‘Reverse early-bird special’ alleviates Ariz. store’s service problems


Findlay Subaru Prescott is giving customers inclined to show up for an oil change first thing in the morning incentive to wait a few hours.

The Arizona dealership has a reverse early-bird special for routine services.

On weekdays between 1 and 5 p.m., customers who bring their vehicles in for service may be greeted with a discounted oil change or a free tire rotation.

Dave Macfarlane, the store’s general manager, said the special was launched in hopes of fixing a lingering issue: morning backlogs in the service department.

“Our average client is probably 70 years old,” Macfarlane said. “The problem is, they all want to get up first thing in the morning, come in and get their oil changes and everything done. So we are bombed in the morning. And it’s a morgue in the afternoon. We came up with this reverse early-bird to entice them to come more in the afternoon than the morning.”

Customers don’t need to bring in a coupon, Macfarlane noted, adding that if a customer shows up during the 1-to-5 p.m. time slot, they automatically get the discount that’s being offered that day.

Oil change discounts during the reverse early-bird special vary, Macfarlane said. Sometimes it’s $10 off, $15 off, $20 off or even at cost, he noted.

For “a lot of senior citizens on fixed incomes, that’s a big deal to them,” he said. “If they can save 10 or 20 bucks on an oil change, they’ll show up for that all day long.”

Macfarlane said discounts are switched up throughout the week to keep the special fresh.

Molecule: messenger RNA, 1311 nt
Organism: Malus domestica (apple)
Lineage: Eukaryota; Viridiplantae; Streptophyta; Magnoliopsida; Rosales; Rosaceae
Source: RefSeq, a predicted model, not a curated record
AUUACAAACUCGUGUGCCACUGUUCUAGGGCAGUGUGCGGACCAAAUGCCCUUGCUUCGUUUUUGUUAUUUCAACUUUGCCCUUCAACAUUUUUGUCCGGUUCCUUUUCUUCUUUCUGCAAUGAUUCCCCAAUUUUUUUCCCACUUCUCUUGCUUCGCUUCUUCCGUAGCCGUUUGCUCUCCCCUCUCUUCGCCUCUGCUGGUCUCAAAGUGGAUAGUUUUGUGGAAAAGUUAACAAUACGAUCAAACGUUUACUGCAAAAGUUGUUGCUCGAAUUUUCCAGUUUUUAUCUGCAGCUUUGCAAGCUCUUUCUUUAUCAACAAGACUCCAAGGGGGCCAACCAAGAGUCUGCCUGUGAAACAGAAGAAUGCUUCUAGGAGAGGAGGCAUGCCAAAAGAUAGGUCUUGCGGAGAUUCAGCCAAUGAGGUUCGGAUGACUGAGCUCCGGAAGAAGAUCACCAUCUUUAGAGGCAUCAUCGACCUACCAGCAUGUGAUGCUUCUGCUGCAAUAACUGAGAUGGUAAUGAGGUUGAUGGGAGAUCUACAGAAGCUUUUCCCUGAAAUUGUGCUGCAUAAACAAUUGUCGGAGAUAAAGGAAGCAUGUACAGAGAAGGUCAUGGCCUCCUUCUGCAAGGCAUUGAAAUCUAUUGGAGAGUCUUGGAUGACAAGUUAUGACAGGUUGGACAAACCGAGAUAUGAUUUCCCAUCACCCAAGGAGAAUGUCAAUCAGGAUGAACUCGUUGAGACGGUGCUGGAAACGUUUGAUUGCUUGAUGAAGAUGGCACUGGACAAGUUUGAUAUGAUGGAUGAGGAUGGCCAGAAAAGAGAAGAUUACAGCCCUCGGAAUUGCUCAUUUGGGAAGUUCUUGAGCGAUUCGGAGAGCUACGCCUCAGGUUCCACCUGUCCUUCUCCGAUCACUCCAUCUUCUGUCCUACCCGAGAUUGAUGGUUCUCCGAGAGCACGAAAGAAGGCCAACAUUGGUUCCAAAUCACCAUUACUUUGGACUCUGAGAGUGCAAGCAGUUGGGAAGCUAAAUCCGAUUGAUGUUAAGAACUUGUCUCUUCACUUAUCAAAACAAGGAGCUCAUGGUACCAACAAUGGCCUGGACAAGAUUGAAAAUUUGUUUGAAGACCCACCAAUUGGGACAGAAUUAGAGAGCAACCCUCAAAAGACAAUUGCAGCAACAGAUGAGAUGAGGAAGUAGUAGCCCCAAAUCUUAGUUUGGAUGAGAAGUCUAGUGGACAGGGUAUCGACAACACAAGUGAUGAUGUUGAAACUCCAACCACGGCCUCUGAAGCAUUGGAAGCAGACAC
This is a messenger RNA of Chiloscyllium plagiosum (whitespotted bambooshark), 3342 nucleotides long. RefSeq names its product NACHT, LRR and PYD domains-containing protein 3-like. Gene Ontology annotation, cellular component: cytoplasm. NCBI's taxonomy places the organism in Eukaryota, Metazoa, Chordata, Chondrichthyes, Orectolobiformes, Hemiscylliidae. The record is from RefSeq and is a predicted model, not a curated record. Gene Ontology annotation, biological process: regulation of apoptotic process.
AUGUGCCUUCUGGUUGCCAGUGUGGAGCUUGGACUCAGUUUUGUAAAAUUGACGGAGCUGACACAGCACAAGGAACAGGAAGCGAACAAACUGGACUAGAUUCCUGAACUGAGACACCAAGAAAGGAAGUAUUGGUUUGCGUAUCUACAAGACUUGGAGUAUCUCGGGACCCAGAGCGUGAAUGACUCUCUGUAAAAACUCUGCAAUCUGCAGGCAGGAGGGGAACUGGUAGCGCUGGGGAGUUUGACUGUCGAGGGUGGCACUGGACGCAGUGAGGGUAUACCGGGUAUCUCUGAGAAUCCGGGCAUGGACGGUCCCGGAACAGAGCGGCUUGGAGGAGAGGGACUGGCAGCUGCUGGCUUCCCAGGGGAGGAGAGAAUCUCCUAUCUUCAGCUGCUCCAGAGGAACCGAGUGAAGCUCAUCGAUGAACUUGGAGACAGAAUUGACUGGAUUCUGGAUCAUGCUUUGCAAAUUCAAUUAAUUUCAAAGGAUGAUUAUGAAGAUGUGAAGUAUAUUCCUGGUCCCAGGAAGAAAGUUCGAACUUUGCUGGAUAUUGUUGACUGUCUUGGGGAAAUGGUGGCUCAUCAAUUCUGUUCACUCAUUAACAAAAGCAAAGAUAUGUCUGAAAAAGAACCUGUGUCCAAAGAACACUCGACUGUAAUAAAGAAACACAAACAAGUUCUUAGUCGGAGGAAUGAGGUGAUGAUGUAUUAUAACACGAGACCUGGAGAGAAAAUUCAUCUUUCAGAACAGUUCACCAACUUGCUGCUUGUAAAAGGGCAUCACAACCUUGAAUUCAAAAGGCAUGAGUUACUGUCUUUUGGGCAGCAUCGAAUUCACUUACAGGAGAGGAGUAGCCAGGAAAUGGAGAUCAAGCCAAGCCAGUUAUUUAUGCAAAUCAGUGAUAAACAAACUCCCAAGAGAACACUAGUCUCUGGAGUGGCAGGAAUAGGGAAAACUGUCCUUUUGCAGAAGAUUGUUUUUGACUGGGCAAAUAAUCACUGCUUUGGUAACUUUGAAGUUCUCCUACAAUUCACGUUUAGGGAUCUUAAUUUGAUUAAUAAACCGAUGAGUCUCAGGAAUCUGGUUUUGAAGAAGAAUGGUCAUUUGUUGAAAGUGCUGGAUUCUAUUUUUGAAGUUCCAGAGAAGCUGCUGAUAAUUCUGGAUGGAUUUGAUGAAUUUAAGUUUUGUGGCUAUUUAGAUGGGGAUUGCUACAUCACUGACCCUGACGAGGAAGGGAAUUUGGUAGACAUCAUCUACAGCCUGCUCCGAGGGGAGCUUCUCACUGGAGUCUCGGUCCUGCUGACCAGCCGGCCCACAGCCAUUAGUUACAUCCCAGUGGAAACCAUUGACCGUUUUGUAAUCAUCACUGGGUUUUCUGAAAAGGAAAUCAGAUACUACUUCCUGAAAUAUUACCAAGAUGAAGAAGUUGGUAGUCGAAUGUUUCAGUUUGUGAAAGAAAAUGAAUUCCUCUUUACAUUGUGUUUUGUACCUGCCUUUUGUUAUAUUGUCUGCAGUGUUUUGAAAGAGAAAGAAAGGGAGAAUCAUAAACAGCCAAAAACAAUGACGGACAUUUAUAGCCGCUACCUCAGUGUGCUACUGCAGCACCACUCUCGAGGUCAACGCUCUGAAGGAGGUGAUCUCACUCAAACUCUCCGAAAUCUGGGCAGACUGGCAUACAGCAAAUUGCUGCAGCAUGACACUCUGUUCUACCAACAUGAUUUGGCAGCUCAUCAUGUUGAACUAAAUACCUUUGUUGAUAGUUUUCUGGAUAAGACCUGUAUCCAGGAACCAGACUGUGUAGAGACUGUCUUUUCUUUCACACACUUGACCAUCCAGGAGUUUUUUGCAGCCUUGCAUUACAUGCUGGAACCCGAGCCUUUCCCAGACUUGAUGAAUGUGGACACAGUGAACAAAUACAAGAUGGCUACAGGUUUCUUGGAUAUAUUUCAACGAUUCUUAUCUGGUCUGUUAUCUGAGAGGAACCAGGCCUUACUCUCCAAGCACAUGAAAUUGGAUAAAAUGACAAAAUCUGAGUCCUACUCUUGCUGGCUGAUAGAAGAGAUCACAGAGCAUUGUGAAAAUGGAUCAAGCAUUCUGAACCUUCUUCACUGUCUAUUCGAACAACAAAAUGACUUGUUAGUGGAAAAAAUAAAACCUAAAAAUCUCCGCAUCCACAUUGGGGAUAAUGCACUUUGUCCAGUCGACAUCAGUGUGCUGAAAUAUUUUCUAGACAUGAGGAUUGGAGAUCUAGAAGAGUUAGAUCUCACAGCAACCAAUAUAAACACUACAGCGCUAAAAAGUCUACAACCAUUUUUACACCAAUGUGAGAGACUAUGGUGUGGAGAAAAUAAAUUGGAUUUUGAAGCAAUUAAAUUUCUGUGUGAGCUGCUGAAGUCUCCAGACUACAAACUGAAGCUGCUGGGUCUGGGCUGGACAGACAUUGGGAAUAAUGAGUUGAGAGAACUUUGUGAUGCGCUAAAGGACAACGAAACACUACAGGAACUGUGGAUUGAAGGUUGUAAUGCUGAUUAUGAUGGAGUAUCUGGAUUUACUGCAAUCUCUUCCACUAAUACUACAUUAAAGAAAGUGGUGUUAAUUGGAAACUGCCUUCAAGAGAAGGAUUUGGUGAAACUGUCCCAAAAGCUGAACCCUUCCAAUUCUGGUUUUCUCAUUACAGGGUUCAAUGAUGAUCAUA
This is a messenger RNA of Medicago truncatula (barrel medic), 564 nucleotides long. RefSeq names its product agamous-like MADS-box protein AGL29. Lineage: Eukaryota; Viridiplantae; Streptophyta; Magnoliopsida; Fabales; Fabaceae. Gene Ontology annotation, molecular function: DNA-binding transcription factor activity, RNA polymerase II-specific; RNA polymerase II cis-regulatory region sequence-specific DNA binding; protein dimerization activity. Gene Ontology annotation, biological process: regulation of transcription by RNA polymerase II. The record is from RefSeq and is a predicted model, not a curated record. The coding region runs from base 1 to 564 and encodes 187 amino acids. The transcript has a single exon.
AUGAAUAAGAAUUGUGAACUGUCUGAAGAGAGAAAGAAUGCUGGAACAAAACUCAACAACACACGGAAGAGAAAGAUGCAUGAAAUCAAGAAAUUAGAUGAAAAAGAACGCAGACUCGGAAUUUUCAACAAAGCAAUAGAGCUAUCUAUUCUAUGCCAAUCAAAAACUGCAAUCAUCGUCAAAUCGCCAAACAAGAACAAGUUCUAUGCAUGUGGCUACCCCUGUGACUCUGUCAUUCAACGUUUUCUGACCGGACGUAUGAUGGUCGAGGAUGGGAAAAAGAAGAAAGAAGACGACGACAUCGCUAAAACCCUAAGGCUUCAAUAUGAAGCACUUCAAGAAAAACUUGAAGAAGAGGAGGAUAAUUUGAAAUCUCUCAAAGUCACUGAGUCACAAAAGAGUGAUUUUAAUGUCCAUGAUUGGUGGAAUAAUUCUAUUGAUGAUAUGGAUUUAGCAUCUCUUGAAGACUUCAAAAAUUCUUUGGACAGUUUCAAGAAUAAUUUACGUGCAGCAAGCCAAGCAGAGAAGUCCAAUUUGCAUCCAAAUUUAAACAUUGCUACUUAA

The reverse early-bird special became a regular component of the dealership’s service department last January.

Macfarlane said the store experimented with the promotion when the dealership moved to its current location in 2018. The dealership is around 25,000 square feet, which is more than double the size of the previous store, he said.

With the move to a bigger space, expenses also increased, Macfarlane said. So the dealership looked for ways to be more efficient throughout the day.

“Our service bay has to be really efficient,” he said. “A lot of Subaru dealerships have 25, 30 stalls. Our dealership has 12. Each stall has eight hours a day, so you’ve got to keep those stalls efficient to maximize your dollars in the shop.”

Roughly one year into running the special, Macfarlane said the approach is paying dividends and there’s no longer a lull in the afternoon.

“It’s bringing more people in,” he said. “We’re able to help more people during the day. Our [repair order] count is up 50 percent over last year. That’s a big increase.”

Findlay Subaru Prescott sells around 110 new and used vehicles combined per month, Macfarlane said. It’s part of Findlay Automotive Group in Henderson, Nev., which ranks No. 27 on Automotive News‘ list of the top 150 dealership groups based in the U.S., with 29,321 new-vehicle retail sales in 2019.

In addition to helping increase service business, the promotion has alleviated wait times for customers, Macfarlane said.

Since adding the reverse early-bird special, the dealership’s customer satisfaction scores have increased. “The less time they wait, the happier they are,” he said.

Before, when a majority of its customers would arrive for service in the morning and thus create a backlog and extend wait times, the dealership saw its customer satisfaction scores plummet.

Findlay Subaru Prescott’s net promoter scores have also increased since it added the promotion. Macfarlane said those scores measure whether customers would recommend the dealership to friends and family.

“It’s not just about getting people in the door and making money,” he said. “But it’s getting them in the door, getting them out the door in a reasonable amount of time and having them feel like it was an extraordinary experience.”

Products You May Like

Articles You May Like

2022 Chevrolet Bolt EUV First Drive Review: Chevy’s Model Why?
Volvo to be electric-only brand by 2030
Tesla Giga Shanghai poised for more expansion with likely new land acquisition
Escape artist accused of freeing Carlos Ghosn can’t evade reckoning in Japan
EV Adoption Study Concludes A Taste Of Honey Is All It Takes

Leave a Reply

Your email address will not be published. Required fields are marked *